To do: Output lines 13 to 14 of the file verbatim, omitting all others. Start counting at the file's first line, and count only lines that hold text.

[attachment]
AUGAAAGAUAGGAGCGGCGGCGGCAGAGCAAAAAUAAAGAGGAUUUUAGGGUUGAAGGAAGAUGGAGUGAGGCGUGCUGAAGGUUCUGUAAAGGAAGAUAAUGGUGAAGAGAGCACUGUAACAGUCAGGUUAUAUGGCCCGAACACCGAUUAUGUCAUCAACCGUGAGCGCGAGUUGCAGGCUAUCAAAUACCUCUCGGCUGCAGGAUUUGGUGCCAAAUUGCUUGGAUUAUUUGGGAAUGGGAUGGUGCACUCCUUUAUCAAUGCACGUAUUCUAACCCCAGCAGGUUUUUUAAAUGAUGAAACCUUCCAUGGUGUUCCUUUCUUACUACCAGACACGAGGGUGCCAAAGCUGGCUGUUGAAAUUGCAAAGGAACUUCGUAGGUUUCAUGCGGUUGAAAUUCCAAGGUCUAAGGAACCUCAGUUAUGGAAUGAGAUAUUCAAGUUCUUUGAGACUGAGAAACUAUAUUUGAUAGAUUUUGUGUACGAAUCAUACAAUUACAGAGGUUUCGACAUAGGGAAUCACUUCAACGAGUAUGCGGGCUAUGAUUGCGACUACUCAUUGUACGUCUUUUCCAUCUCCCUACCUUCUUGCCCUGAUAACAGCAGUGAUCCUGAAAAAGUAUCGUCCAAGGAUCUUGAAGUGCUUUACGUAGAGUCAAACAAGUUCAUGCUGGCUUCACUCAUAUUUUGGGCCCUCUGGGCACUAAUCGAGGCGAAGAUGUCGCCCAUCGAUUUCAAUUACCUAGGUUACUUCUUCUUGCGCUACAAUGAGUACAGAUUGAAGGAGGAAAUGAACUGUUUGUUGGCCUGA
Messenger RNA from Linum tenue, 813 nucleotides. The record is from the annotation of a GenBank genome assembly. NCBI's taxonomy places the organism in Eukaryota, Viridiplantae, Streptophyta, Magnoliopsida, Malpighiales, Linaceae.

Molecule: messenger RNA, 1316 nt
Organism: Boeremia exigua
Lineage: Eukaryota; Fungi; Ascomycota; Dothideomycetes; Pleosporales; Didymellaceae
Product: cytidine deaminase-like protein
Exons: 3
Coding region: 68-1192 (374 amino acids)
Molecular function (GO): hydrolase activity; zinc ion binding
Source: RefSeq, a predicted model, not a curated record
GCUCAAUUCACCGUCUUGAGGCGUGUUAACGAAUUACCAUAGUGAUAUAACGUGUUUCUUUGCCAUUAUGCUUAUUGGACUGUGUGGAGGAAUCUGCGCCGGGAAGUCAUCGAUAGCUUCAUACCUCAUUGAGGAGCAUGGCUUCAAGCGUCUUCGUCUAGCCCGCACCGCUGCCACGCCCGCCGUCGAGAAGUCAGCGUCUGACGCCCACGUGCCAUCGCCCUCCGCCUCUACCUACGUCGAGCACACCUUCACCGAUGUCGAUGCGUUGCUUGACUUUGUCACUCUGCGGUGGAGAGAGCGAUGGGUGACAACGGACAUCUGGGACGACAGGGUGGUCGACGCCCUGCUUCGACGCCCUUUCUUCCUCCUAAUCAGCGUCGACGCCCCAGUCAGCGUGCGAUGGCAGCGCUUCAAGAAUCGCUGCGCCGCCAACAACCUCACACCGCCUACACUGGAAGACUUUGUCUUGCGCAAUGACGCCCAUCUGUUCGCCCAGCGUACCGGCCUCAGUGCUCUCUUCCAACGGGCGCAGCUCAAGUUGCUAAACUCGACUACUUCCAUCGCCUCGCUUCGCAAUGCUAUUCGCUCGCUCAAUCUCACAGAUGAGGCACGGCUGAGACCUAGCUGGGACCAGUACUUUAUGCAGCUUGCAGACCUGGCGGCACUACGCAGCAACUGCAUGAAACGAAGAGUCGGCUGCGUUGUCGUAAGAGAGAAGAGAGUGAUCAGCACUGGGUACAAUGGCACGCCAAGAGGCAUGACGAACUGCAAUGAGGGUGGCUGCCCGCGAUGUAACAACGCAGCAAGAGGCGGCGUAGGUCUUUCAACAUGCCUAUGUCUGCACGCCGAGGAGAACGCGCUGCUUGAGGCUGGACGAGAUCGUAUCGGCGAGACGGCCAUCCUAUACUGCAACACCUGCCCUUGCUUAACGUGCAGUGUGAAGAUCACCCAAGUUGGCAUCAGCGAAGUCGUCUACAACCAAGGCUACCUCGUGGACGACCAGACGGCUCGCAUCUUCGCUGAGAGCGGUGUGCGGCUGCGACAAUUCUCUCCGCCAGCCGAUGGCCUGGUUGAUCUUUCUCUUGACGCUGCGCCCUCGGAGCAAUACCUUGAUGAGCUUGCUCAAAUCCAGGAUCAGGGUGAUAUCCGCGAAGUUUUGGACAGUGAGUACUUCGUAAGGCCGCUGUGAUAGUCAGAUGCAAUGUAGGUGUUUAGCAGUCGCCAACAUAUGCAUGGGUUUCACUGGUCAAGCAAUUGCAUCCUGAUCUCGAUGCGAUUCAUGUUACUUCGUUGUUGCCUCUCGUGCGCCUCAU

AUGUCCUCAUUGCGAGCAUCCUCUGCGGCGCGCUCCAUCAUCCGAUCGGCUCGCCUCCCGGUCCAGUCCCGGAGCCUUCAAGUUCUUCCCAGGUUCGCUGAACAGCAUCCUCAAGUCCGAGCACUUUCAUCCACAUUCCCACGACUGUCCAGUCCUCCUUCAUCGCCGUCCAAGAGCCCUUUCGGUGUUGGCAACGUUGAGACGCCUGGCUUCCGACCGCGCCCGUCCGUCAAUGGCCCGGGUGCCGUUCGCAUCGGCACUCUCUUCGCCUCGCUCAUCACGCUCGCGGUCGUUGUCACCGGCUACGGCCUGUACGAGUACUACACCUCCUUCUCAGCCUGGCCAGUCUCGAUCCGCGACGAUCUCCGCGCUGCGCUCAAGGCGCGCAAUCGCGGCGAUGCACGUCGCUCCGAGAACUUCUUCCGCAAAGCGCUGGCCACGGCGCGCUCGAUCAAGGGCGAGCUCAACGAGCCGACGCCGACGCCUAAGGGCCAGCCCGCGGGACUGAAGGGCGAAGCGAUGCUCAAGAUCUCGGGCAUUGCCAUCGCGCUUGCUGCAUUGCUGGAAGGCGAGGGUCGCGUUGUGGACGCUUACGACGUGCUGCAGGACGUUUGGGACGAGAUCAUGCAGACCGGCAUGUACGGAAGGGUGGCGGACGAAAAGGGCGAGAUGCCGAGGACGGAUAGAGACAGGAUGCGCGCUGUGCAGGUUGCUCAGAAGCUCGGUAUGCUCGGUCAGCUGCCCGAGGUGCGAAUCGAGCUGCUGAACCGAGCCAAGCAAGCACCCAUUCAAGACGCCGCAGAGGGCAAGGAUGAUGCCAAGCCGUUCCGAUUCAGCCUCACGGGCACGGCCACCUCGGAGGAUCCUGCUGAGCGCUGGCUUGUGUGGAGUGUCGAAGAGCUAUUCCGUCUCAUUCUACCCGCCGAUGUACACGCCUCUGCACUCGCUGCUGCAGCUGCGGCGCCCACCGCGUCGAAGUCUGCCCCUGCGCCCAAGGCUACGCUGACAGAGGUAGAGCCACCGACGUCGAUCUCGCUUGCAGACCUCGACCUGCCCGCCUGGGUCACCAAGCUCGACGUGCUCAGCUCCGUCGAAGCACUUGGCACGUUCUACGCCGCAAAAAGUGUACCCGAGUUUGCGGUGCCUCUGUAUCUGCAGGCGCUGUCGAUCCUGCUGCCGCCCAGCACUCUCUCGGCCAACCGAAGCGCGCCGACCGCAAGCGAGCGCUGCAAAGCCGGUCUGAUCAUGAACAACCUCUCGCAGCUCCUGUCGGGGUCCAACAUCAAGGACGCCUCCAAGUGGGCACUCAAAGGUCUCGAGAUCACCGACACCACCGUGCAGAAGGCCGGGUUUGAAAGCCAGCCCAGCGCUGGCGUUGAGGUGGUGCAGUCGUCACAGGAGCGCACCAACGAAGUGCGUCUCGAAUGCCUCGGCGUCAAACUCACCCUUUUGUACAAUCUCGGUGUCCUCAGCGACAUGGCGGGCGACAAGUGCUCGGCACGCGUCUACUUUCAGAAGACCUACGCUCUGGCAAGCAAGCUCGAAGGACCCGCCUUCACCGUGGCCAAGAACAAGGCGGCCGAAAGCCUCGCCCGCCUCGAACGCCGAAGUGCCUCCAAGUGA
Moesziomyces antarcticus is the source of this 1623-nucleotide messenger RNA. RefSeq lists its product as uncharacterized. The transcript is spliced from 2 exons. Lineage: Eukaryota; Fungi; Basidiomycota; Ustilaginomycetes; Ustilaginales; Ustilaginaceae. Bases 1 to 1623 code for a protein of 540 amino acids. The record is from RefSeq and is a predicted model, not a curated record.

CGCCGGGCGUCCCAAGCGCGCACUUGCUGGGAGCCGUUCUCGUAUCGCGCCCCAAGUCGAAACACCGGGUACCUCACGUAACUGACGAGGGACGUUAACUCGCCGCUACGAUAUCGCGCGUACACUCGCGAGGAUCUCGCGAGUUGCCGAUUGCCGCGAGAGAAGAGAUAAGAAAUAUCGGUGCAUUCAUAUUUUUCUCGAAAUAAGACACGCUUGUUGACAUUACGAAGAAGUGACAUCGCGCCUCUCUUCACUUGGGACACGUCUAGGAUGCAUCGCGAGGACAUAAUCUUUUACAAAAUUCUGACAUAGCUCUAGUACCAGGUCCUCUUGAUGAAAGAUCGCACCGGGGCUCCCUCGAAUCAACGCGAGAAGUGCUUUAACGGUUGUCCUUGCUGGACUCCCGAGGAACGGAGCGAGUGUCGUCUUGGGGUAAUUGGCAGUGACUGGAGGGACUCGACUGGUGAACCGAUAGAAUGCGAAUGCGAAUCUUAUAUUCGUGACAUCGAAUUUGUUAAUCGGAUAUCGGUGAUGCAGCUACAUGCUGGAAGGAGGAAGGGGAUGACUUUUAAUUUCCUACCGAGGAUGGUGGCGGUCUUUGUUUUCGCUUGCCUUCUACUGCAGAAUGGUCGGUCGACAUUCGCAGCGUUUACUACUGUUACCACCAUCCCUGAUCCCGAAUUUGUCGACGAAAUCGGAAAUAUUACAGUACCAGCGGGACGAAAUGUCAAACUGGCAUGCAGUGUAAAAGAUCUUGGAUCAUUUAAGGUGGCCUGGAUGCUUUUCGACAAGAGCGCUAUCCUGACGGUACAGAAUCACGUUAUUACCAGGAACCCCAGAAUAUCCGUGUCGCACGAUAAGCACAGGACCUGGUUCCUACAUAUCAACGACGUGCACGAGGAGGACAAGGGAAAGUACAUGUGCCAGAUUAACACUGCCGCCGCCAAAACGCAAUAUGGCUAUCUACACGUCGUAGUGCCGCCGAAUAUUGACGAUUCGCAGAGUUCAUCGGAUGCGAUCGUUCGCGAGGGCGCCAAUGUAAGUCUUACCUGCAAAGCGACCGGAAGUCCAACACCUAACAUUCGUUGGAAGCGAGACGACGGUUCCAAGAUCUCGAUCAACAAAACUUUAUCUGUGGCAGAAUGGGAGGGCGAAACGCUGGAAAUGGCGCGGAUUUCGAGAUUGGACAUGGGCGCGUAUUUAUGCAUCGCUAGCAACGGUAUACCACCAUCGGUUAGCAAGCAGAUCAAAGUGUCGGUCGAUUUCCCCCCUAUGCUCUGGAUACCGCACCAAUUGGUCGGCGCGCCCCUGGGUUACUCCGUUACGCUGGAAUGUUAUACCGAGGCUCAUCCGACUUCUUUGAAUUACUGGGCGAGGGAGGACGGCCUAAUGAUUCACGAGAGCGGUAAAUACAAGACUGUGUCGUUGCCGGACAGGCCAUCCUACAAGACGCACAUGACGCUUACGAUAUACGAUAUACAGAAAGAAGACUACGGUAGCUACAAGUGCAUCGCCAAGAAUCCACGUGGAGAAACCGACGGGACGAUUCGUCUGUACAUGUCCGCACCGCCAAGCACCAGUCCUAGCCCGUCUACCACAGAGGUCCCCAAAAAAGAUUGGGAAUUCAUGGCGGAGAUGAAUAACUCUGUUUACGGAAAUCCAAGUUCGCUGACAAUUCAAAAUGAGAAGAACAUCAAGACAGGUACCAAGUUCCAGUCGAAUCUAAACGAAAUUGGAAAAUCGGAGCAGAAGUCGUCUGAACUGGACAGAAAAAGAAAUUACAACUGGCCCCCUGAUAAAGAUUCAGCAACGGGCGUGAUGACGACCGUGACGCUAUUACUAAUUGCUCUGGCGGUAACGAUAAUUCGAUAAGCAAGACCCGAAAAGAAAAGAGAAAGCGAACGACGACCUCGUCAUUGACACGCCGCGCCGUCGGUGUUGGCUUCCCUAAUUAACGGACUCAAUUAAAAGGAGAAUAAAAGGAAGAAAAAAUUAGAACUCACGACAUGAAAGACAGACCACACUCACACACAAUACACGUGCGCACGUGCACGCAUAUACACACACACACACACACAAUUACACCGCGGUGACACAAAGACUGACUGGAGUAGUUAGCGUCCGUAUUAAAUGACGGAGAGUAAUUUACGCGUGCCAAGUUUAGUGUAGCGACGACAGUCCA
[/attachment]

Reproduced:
Moesziomyces antarcticus is the source of this 1623-nucleotide messenger RNA. RefSeq lists its product as uncharacterized. The transcript is spliced from 2 exons. Lineage: Eukaryota; Fungi; Basidiomycota; Ustilaginomycetes; Ustilaginales; Ustilaginaceae. Bases 1 to 1623 code for a protein of 540 amino acids. The record is from RefSeq and is a predicted model, not a curated record.

CGCCGGGCGUCCCAAGCGCGCACUUGCUGGGAGCCGUUCUCGUAUCGCGCCCCAAGUCGAAACACCGGGUACCUCACGUAACUGACGAGGGACGUUAACUCGCCGCUACGAUAUCGCGCGUACACUCGCGAGGAUCUCGCGAGUUGCCGAUUGCCGCGAGAGAAGAGAUAAGAAAUAUCGGUGCAUUCAUAUUUUUCUCGAAAUAAGACACGCUUGUUGACAUUACGAAGAAGUGACAUCGCGCCUCUCUUCACUUGGGACACGUCUAGGAUGCAUCGCGAGGACAUAAUCUUUUACAAAAUUCUGACAUAGCUCUAGUACCAGGUCCUCUUGAUGAAAGAUCGCACCGGGGCUCCCUCGAAUCAACGCGAGAAGUGCUUUAACGGUUGUCCUUGCUGGACUCCCGAGGAACGGAGCGAGUGUCGUCUUGGGGUAAUUGGCAGUGACUGGAGGGACUCGACUGGUGAACCGAUAGAAUGCGAAUGCGAAUCUUAUAUUCGUGACAUCGAAUUUGUUAAUCGGAUAUCGGUGAUGCAGCUACAUGCUGGAAGGAGGAAGGGGAUGACUUUUAAUUUCCUACCGAGGAUGGUGGCGGUCUUUGUUUUCGCUUGCCUUCUACUGCAGAAUGGUCGGUCGACAUUCGCAGCGUUUACUACUGUUACCACCAUCCCUGAUCCCGAAUUUGUCGACGAAAUCGGAAAUAUUACAGUACCAGCGGGACGAAAUGUCAAACUGGCAUGCAGUGUAAAAGAUCUUGGAUCAUUUAAGGUGGCCUGGAUGCUUUUCGACAAGAGCGCUAUCCUGACGGUACAGAAUCACGUUAUUACCAGGAACCCCAGAAUAUCCGUGUCGCACGAUAAGCACAGGACCUGGUUCCUACAUAUCAACGACGUGCACGAGGAGGACAAGGGAAAGUACAUGUGCCAGAUUAACACUGCCGCCGCCAAAACGCAAUAUGGCUAUCUACACGUCGUAGUGCCGCCGAAUAUUGACGAUUCGCAGAGUUCAUCGGAUGCGAUCGUUCGCGAGGGCGCCAAUGUAAGUCUUACCUGCAAAGCGACCGGAAGUCCAACACCUAACAUUCGUUGGAAGCGAGACGACGGUUCCAAGAUCUCGAUCAACAAAACUUUAUCUGUGGCAGAAUGGGAGGGCGAAACGCUGGAAAUGGCGCGGAUUUCGAGAUUGGACAUGGGCGCGUAUUUAUGCAUCGCUAGCAACGGUAUACCACCAUCGGUUAGCAAGCAGAUCAAAGUGUCGGUCGAUUUCCCCCCUAUGCUCUGGAUACCGCACCAAUUGGUCGGCGCGCCCCUGGGUUACUCCGUUACGCUGGAAUGUUAUACCGAGGCUCAUCCGACUUCUUUGAAUUACUGGGCGAGGGAGGACGGCCUAAUGAUUCACGAGAGCGGUAAAUACAAGACUGUGUCGUUGCCGGACAGGCCAUCCUACAAGACGCACAUGACGCUUACGAUAUACGAUAUACAGAAAGAAGACUACGGUAGCUACAAGUGCAUCGCCAAGAAUCCACGUGGAGAAACCGACGGGACGAUUCGUCUGUACAUGUCCGCACCGCCAAGCACCAGUCCUAGCCCGUCUACCACAGAGGUCCCCAAAAAAGAUUGGGAAUUCAUGGCGGAGAUGAAUAACUCUGUUUACGGAAAUCCAAGUUCGCUGACAAUUCAAAAUGAGAAGAACAUCAAGACAGGUACCAAGUUCCAGUCGAAUCUAAACGAAAUUGGAAAAUCGGAGCAGAAGUCGUCUGAACUGGACAGAAAAAGAAAUUACAACUGGCCCCCUGAUAAAGAUUCAGCAACGGGCGUGAUGACGACCGUGACGCUAUUACUAAUUGCUCUGGCGGUAACGAUAAUUCGAUAAGCAAGACCCGAAAAGAAAAGAGAAAGCGAACGACGACCUCGUCAUUGACACGCCGCGCCGUCGGUGUUGGCUUCCCUAAUUAACGGACUCAAUUAAAAGGAGAAUAAAAGGAAGAAAAAAUUAGAACUCACGACAUGAAAGACAGACCACACUCACACACAAUACACGUGCGCACGUGCACGCAUAUACACACACACACACACACAAUUACACCGCGGUGACACAAAGACUGACUGGAGUAGUUAGCGUCCGUAUUAAAUGACGGAGAGUAAUUUACGCGUGCCAAGUUUAGUGUAGCGACGACAGUCCA